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Anthony grew up in a village called Hipperholme, in Yorkshire. He loved art and would spend hours drawing with his beloved father. He says of his father, “He was an unusual man – outwardly strong and confident, but also shy and sensitive – a bit like the gorillas I love to illustrate now. As well as drawing, he encouraged me to play a lot of sports, such as rugby and soccer and cricket. I was small for my age and I used to go to a fairly tough school – if I hadn’t been good at sports, I would probably have been bullied.”
After he left school, Anthony studied graphic design and then went on to paint the insides of people’s bodies for medical textbooks. He found this fascinating, but after three years found that the work was becoming repetitive (“if you’ve seen one stomach operation, you’ve seen ‘em all!”) and instead began designing greetings cards. This in turn led him to illustrating children’s books – his book Gorilla began life as a picture on a birthday card. Anthony lives in Kent and has two grown-up children.
Gorillas feature in many of Anthony’s books. He says, “I am fascinated by them and the contrast they represent – their huge strength and gentleness. They’re thought of as being very fierce creatures and they’re not.” Anthony’s illustrations also reveal his love of the Surrealist painters, whose pictures often depict strange, dreamlike scenes (look out for all the disguised bananas hidden in Anthony’s books!). When Anthony first has an idea for a picture book, he says, “it’s a strange combination of story and images. Deciding what will be illustrated on the pages of a book is like deciding on the scenes of a film.” Anthony has won many prizes for his work, including the Kate Greenaway Medal (twice) and the Kurt Maschler Award (three times). In 2000, he received the highest international honour for illustration, the Hans Christian Andersen Award, for his services to children’s literature – the first British illustrator to win the prize since 1956.
Anthony was also Children’s Laureate from 2009-2011.
Anthony has won the Kate Greenaway prize for Gorilla and Zoo, and the Kurt Maschler award for Gorilla and Voices in the Park.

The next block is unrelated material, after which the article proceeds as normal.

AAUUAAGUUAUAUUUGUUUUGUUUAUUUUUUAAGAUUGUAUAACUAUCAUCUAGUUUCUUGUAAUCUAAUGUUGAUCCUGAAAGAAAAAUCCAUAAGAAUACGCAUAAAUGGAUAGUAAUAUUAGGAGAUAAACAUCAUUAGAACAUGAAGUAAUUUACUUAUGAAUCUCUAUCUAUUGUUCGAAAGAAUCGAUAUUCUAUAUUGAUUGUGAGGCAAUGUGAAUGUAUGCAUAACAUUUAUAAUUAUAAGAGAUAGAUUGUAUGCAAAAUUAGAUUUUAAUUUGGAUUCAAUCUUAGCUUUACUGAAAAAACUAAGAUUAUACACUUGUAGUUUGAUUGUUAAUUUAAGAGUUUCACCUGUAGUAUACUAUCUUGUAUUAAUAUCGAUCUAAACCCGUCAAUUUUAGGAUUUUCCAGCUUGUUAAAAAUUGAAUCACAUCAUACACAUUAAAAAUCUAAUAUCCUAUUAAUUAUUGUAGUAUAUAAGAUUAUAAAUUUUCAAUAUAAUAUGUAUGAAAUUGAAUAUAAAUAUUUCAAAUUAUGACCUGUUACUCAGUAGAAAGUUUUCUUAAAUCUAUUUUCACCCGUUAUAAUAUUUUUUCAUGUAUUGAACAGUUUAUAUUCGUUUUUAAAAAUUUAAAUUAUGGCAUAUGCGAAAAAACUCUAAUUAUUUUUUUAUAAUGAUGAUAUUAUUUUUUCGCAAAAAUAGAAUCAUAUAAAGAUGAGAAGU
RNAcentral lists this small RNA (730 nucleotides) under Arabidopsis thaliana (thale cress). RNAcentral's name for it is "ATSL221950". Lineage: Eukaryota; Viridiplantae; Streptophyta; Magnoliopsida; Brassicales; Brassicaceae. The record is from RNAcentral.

In 2000, he was awarded the Hans Christian Andersen prize, and is the Children’s Laureate for 2009-2011.
Interview with Anthony Browne
Monkeys and gorillas appear frequently in your work. Why do you identify with them so strongly?
There are many answers to that question but I suppose the main reason is because they are so much like us. To look into a gorilla’s eyes is very much like looking into the eyes of a human being. Sometimes it feels as though there is a person inside the gorilla looking out at us.
Many of your illustrations reference the work of famous artists, from Da Vinci to Dali, but which picture books and illustrators have inspired you the most?
The two illustrators who have inspired me most are Maurice Sendak with Where the Wild Things Are, and Chris Van Allsburg with The Mysteries of Harris Burdick.
Your books are multi-layered and have both child and adult appeal; did you consciously decide to create books with such a wide audience in mind?
Not really, I wanted to put as many layers in my books as possible so that they could be appreciated at different levels at different stages of development. I like the idea of the readers seeing more each time they read them.
I do think however, it’s quite a good idea to interest the adult who may be reading to the child, a bored adult communicates that boredom to the child.
You were once illustrator-in-residence at Tate Britain. What did you learn about the way children respond to pictures?
The main thing I learned was how visually literate children can be and how capable they are at interpreting pictures. I also found out how much fun they could have discovering meanings and stories in paintings.
Why do you think picture books are important?
Seeing comes before words, and I believe it is just as important to develop a child’s visual literacy alongside verbal literacy. Too often they are encouraged to think that maturing and becoming educated is a matter of leaving pictures behind and going into the world of words (or ‘proper’ books as I’ve heard them called).
Which emerging illustrators do you admire at the moment and why?
It’s exciting to see so many good new illustrators emerging in this country, and what I’m always most impressed with is the development of a personal point of view of the world shown through the pictures and the words.